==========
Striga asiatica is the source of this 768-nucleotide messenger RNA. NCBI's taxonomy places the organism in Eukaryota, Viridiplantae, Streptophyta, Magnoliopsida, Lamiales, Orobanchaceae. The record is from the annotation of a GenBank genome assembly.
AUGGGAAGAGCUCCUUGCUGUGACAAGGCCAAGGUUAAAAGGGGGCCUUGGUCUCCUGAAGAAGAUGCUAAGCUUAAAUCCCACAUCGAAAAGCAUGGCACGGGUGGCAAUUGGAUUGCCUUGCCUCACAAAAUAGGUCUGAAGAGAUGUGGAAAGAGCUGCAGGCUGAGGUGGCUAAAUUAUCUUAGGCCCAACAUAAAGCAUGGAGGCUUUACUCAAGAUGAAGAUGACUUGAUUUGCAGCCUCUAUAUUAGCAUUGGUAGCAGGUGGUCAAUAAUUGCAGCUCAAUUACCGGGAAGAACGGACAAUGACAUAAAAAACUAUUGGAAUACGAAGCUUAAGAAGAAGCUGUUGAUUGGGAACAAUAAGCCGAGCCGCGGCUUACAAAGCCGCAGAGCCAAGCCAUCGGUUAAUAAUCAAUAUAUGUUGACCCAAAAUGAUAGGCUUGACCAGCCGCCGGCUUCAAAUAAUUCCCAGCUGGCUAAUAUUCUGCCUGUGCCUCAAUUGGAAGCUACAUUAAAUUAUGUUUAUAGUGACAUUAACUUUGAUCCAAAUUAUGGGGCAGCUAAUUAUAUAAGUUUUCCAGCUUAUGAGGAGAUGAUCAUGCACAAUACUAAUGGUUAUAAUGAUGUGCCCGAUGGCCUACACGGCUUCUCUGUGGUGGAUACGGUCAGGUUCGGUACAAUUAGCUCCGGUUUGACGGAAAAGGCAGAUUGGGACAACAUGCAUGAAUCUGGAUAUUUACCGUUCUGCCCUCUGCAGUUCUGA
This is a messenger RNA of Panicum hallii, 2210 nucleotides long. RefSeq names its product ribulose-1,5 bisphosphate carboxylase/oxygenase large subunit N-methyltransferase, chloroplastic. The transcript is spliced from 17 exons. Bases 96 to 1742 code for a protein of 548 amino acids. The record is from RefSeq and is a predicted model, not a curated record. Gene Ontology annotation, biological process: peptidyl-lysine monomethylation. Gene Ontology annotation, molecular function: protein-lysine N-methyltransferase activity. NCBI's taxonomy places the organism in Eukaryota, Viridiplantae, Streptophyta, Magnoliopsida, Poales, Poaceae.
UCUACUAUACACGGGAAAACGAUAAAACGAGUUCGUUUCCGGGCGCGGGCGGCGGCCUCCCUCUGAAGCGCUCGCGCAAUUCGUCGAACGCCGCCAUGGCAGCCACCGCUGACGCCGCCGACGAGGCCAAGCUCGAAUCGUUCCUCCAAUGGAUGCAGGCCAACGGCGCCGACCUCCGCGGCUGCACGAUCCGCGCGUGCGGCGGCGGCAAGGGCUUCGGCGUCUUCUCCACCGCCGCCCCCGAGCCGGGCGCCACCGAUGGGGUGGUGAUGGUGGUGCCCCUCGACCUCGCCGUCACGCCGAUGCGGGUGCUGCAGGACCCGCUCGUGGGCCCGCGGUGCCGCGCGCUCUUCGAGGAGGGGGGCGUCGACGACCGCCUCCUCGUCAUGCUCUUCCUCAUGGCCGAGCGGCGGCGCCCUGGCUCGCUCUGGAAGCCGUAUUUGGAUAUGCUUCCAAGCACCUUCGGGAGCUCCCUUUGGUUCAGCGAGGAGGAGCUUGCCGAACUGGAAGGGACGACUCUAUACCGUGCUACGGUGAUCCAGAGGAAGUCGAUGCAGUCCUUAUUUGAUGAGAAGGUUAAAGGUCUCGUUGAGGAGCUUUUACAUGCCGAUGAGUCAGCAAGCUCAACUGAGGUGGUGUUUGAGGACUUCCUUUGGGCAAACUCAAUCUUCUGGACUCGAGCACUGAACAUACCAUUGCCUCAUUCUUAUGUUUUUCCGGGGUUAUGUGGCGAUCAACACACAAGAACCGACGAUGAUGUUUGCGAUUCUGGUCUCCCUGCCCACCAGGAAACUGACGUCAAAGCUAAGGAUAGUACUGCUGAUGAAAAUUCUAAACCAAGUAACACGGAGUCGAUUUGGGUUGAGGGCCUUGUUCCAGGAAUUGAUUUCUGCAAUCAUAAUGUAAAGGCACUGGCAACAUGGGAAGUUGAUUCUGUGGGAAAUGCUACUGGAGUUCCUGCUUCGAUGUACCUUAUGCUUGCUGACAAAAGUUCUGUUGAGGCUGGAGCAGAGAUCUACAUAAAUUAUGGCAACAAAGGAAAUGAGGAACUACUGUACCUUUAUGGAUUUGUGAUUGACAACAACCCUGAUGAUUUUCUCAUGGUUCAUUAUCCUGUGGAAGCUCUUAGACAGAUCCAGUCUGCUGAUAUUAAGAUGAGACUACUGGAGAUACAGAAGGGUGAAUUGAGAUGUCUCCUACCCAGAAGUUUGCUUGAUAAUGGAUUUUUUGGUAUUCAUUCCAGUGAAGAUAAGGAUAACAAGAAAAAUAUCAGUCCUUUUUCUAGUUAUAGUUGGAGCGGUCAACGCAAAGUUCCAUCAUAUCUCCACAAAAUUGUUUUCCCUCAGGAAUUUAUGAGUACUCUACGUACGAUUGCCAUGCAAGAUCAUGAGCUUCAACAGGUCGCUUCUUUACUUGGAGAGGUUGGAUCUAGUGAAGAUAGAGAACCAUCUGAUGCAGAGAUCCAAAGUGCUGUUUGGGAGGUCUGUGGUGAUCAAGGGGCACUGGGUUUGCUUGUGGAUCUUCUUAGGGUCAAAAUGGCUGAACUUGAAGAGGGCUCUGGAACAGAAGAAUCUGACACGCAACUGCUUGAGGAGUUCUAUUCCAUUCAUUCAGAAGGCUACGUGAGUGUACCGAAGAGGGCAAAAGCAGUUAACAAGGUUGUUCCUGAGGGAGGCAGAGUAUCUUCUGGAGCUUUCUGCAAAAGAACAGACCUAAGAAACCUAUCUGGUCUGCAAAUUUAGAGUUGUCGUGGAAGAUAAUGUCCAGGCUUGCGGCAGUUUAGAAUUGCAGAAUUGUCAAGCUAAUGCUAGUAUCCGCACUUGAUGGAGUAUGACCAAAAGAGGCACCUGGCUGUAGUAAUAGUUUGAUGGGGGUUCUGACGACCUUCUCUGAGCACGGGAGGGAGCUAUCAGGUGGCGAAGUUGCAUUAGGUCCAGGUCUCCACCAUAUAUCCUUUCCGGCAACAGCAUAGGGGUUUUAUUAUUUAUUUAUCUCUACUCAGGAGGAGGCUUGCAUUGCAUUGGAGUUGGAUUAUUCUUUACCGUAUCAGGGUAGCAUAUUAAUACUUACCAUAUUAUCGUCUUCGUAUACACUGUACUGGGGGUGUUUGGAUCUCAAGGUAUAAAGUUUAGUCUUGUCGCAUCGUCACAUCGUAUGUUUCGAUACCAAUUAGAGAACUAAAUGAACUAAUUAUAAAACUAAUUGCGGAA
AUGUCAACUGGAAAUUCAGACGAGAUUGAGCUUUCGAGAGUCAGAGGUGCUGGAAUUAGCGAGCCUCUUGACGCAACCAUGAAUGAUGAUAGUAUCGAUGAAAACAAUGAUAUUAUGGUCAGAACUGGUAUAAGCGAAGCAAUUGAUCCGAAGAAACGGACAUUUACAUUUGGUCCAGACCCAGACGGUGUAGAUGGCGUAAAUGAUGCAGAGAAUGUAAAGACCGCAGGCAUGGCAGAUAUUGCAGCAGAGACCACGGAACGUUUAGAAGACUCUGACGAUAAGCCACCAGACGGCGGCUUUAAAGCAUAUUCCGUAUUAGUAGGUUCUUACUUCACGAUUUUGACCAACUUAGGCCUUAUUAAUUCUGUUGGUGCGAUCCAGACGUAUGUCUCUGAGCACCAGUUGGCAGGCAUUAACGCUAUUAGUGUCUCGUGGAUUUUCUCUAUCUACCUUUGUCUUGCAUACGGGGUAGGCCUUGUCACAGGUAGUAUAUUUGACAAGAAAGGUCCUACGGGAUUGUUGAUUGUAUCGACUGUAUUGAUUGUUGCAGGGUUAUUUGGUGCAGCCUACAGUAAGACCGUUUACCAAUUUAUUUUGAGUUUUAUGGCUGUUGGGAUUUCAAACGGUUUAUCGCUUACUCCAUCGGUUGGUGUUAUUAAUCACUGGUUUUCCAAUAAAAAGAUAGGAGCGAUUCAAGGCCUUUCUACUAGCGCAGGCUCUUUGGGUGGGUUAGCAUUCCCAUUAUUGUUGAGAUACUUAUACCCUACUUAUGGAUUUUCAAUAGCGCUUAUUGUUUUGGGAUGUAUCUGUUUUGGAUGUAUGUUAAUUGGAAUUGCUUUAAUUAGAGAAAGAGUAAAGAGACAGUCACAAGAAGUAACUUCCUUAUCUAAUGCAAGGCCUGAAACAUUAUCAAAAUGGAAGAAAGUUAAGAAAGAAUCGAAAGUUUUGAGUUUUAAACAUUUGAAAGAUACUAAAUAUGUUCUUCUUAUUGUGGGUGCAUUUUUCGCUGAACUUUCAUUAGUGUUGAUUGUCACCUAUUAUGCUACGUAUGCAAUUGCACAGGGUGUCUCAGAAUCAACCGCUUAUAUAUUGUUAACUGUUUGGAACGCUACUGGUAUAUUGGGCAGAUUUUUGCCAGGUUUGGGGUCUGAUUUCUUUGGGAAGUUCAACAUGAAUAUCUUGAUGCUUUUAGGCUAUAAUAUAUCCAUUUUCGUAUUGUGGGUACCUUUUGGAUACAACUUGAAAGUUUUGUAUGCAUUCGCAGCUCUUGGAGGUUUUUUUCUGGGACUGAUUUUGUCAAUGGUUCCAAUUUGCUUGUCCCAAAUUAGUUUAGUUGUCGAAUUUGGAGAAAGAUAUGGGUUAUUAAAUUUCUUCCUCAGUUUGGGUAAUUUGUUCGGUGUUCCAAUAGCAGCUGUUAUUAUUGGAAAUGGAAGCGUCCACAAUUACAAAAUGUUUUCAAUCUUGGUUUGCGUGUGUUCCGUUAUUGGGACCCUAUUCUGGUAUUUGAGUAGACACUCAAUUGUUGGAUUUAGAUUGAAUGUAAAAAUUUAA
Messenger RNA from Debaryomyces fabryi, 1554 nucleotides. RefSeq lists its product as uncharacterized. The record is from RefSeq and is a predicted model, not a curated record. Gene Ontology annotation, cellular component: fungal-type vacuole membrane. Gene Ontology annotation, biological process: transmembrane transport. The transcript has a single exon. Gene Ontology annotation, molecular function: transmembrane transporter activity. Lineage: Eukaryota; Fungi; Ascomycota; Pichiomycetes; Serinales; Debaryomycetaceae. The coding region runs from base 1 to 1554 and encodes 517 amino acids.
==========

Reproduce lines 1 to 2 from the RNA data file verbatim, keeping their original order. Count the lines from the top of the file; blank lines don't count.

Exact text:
Striga asiatica is the source of this 768-nucleotide messenger RNA. NCBI's taxonomy places the organism in Eukaryota, Viridiplantae, Streptophyta, Magnoliopsida, Lamiales, Orobanchaceae. The record is from the annotation of a GenBank genome assembly.
AUGGGAAGAGCUCCUUGCUGUGACAAGGCCAAGGUUAAAAGGGGGCCUUGGUCUCCUGAAGAAGAUGCUAAGCUUAAAUCCCACAUCGAAAAGCAUGGCACGGGUGGCAAUUGGAUUGCCUUGCCUCACAAAAUAGGUCUGAAGAGAUGUGGAAAGAGCUGCAGGCUGAGGUGGCUAAAUUAUCUUAGGCCCAACAUAAAGCAUGGAGGCUUUACUCAAGAUGAAGAUGACUUGAUUUGCAGCCUCUAUAUUAGCAUUGGUAGCAGGUGGUCAAUAAUUGCAGCUCAAUUACCGGGAAGAACGGACAAUGACAUAAAAAACUAUUGGAAUACGAAGCUUAAGAAGAAGCUGUUGAUUGGGAACAAUAAGCCGAGCCGCGGCUUACAAAGCCGCAGAGCCAAGCCAUCGGUUAAUAAUCAAUAUAUGUUGACCCAAAAUGAUAGGCUUGACCAGCCGCCGGCUUCAAAUAAUUCCCAGCUGGCUAAUAUUCUGCCUGUGCCUCAAUUGGAAGCUACAUUAAAUUAUGUUUAUAGUGACAUUAACUUUGAUCCAAAUUAUGGGGCAGCUAAUUAUAUAAGUUUUCCAGCUUAUGAGGAGAUGAUCAUGCACAAUACUAAUGGUUAUAAUGAUGUGCCCGAUGGCCUACACGGCUUCUCUGUGGUGGAUACGGUCAGGUUCGGUACAAUUAGCUCCGGUUUGACGGAAAAGGCAGAUUGGGACAACAUGCAUGAAUCUGGAUAUUUACCGUUCUGCCCUCUGCAGUUCUGA